Inflatable canoe-style kayaks like the Sea Eagle RazorLite or Travel Canoe are much like blow-up versions of hardshell canoes. They typically have higher walls than other inflatable sit-on-top kayaks and in contrast to other inflatable kayaks, paddlers use a single-blade paddle rather than a double-bladed kayak paddle.

Inflatable Kayak Types by Seating

Whatever the type of kayak, recreational, touring, whitewater… Inflatable kayaks come in various seating options. They may be designed for one, two, or three paddlers. Some even have adjustable seat locations that allow for solo or tandem paddling.

Types of inflatable kayaks by paddler seating:

  • Inflatable 1-Person Kayak (Solo Kayak)
  • Inflatable 2-Person Kayak (Tandem Kayak)
  • Inflatable 3-Person Kayak
  • Inflatable Adjustable Seat Kayak

Related Content:

Design Features of Inflatable Kayaks

Inflatable kayak with inflatable seats on the shore of a lake at the base of a mountain.

The design features and materials of inflatable kayaks will differ between manufacturers and models and need to be considered when making your choice in an inflatable kayak.


Superior materials found in top-rated inflatable kayaks…

Pennel Orca® – Chlorosulfonated Polyethylene (CP) Rubber developed by Pennel to coat Orca fabric. This material stands up to rocks, scrapes, and harsh UV rays and is used in making NRS inflatable kayaks.

Hypalon was previously used on NRS boats. Hypalon is DuPont’s name for chlorosulfonated polyethylene (CP) but DuPont stopped making Hypalon in 2010. This is the new product that has replaced Hypalon.

HD40 gum – HD40 gum is an anti-abrasion material is used on the bottom of NRS Pennel Orca® boats.

AIREcell urethane – Thermal-welded internal bladder system of Aire inflatable kayaks made from 10 – 12 mil urethane film. These bladders are covered with a heavy-duty PVC-coated polyester fabric to protect against abrasion, wear, tear, and sun.

Denier Ripstop Polyester – A fabric made of interwoven reinforcement threads in a crosshatch pattern that resists the spreading of tears.

Aluminum Frame Reinforcement – The aluminum frame reinforcement found in some blow-up kayaks improves tracking especially in inflatable touring kayaks.

Other Common Materials are PVC, PVC-coated polyester, and vinyl.

Welded Seams and Drop-Stitch Construction

PVC with welded seams and poly-based fabric with drop-stitch construction are two ways manufacturers increase the structural integrity of inflatable kayaks to allow for higher inflation pressures and air retention while also providing superior resistance to abrasion.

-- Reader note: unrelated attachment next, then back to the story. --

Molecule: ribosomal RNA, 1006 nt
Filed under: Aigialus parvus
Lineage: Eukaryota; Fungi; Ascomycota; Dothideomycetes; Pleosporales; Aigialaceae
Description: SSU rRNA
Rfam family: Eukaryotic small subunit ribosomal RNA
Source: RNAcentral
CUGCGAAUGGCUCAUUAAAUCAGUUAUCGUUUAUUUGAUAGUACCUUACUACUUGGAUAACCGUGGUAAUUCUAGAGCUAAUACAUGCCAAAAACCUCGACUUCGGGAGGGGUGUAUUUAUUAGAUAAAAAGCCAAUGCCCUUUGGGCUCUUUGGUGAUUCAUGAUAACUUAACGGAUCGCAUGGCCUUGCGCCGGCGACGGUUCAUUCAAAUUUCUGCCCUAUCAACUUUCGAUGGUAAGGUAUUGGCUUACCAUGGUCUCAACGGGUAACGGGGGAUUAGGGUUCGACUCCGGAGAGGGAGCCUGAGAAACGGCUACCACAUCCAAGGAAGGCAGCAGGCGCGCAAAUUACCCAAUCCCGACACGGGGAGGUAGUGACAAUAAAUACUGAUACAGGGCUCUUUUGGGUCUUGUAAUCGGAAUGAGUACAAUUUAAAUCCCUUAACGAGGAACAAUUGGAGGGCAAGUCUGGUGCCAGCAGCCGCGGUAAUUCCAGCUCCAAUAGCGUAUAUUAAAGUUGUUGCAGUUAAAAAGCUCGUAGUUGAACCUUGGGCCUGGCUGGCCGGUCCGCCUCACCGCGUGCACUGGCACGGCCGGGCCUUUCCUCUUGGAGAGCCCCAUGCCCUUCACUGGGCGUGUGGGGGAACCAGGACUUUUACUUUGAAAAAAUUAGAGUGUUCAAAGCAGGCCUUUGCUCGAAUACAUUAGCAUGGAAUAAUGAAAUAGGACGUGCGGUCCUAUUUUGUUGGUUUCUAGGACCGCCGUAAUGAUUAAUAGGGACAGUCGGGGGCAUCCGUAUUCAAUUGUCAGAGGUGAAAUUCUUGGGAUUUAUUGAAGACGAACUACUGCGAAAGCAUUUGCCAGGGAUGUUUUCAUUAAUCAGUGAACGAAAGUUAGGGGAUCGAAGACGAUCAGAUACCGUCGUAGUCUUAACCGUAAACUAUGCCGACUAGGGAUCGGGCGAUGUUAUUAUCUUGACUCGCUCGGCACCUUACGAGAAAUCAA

Thermal welding uses pressure and heat to permanently bond the seams together without the need for toxic glues that can deteriorate over time with repeated use and from exposure to the sun.

For superior strength and durability, consider an inflatable kayak that uses one of these technologies.

Related Content: Are Inflatable Kayaks Durable?

PSI Inflation Levels

Welded seams and drop-stitch fabric construction allow higher inflation levels for increased stability and improved seat positioning.

Related Content: Inflatable Kayaks: Set Up and Inflation


Longer inflatable kayaks, those over 12ft, are faster with improved tracking making them great for open water while shorter kayaks tend to be slower and harder to paddle straight which is a benefit to those on streams and rivers of Class I rapids or greater.


Deeper inflatable kayaks like the canoe-style inflatables offer more storage and legroom but can be blown around more by the wind.


Width, stability, and speed are all connected. Wider inflatable kayaks are more stable but these kayaks are slower and have poorer tracking.

Kayak’s Weight and Weight Capacity

The weight and maximum load capacity of your inflatable kayak are extremely important for your safety and ease of transport and storage.

You need to pick an inflatable kayak that has a maximum load capacity that’s greater than your weight and the weight of all your gear combined. You risk sinking your kayak if you exceed its maximum weight capacity.

Not sure what gear you’ll be taking? At minimum, you’ll need to carry the necessary kayak safety equipment.

Seat Type